The next step consists in developing the control system of the actuating elements, using ADAMS/Controls and EASY5. For connecting the mechanical model and the control system, the input and output parameters have been defined. The motor forces developed by the driving actuators represent the input parameters in the mechanical model. The outputs, which are transmitted to the controller, are the vertical positions of the actuators (which define in fact the road profile).

[FIGURE 1 OMITTED]

[FIGURE 2 OMITTED]

The input and output data are saved in a specific file for EASY5 (*.inf); there are also generated a command file (*.cmd) and a dataset file (*.adm) that are used during simulation. With these files, the block diagram of the control system was created in EASY5 (fig. 2), in which the mechanical system block includes the MSC.ADAMS Plant. From the controller point of view, for obtaining reduced transitory period and small errors, we used PID controllers. In the mechatronic model, ADAMS accepts the control forces from EASY5 and integrates the mechanical model in response to them. At the same time, ADAMS provides the current vertical displacements (of the driving actuators) for EASY5 to integrate the control system model.

3. RESULTS AND CONCLUSIONS

The analysis purpose was to determinate the vehicle response, for evaluating the dynamic performances. The inputs applied to the actuating elements (which move the wheels) simulate the road profile, considering the passing of the vehicle over a bump with the amplitude h=50 mm, and the speed v=70 km/h defined by the difference (delay) between the displacement input signal of the front and rear actuators. The dynamic simulation was achieved for a time interval long enough to catch all relevant motions during the virtual test.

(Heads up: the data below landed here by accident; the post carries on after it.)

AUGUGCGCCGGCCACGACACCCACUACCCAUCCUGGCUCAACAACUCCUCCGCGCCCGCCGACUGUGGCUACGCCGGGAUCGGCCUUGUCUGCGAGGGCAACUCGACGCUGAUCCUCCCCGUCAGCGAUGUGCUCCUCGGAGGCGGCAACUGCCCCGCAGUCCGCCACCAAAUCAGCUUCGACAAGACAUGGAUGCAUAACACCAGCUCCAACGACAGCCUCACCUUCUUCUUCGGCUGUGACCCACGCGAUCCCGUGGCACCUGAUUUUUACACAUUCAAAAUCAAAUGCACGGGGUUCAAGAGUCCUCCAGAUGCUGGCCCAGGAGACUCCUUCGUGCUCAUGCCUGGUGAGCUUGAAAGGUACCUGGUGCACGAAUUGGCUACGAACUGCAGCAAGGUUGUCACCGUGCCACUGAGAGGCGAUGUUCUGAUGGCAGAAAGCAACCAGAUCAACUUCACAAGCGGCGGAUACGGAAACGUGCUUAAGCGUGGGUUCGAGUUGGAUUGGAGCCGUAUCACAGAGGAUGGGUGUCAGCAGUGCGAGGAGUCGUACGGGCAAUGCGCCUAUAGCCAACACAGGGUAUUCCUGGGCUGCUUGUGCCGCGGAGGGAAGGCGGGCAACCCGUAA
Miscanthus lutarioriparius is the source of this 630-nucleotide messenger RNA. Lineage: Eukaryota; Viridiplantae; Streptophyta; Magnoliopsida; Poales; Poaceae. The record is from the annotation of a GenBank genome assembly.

[FIGURE 3 OMITTED]

For example, in figure 3 there is presented the time history variation for the vertical acceleration of the car body, which is the main factor in the automotive comfort. Such results allow evaluating and optimizing the dynamic behaviour of the vehicle in a fraction of both the time and cost required with traditional build-and-test approaches. One of the most important advantages of this kind of simulation consists in the possibility of make easy virtual measurements in any point/area and for any parameter. This is not always possible in the real case due to the lack of space for transducers placement or lack of appropriate transducers. Virtual prototyping allows realizing the projected reductions in cycle times while increasing the vehicle performance, safety, and reliability.

In the present research stage, the mechatronic testing stand, which simulates the vertical displacement of the wheels, can be used for replicate the real road conditions only for different rectilinear profiles. Our future researches will be focused on the adaptation of the vehicle simulator for the general testing case, which involves the actuating in three directions, simulating in this way the vertical, lateral and longitudinal motions. At the same time, the actuating system will be configured using the magnetic records of the acceleration functions, which can be double-integrated for obtaining the displacement signals that reproduces the motion on the real road.

4. REFERENCES

Alexandru, C. & Pozna, C. (2007). The optimization in virtual environment of the mechatronic tracking systems used for improving the photovoltaic conversion, Proceedings of DAAAM, Katalinic, B. (Ed.), pp. 7-8, ISBN 3-901509-58-5, Zadar, october 2007, DAAAM International Vienna

Alexandru, C. (2009). Dynamic analysis of the guiding mechanisms used for the rear axle of the commercial vehicles. International Review of Mechanical Engineering, Vol. 3, No. 1, 1-6, ISSN 1970-8734

Bernard, A. (2005). Virtual engineering: methods and tools. Journal of Engineering Manufacture, Vol. 219, No. 5, 413-421, ISSN 0954-4054

Fischer, E. (2007). Standard multi-body system software in the vehicle development process. Journal of Multi-Body Dynamics, Vol. 221, No. 1, 13-20, ISSN 1464-4193.

Haug, E.; Choi, K.; Kuhl, J. & Vargo, J. (1995). Virtual prototyping simulation for design of mechanical systems. Journal of Mechanical Design, Vol. 117, No. 63, 63-70, ISSN 0161-8458

Hegazy, S.; Rahnejat, H. & Hussain, K. (1999). Multi-body dynamic in full-vehicle handling analysis. Journal of Multi-Body Dynamics, Vol. 23, No. 1, 19-31, ISSN 1464-4193

Silva, M.M. & Costa Neto, A. (2007). Handling analysis of a light commercial vehicle considering the frame flexibility. International Review of Mechanical Engineering, Vol. 1, No. 4, 334-339, ISSN 1970-8734
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Author:Alexandru, Catalin; Pozna, Claudiu; Alexandru, Petre
Publication:Annals of DAAAM & Proceedings
Article Type:Report
Geographic Code:4EUAU
Date:Jan 1, 2009
Words:1470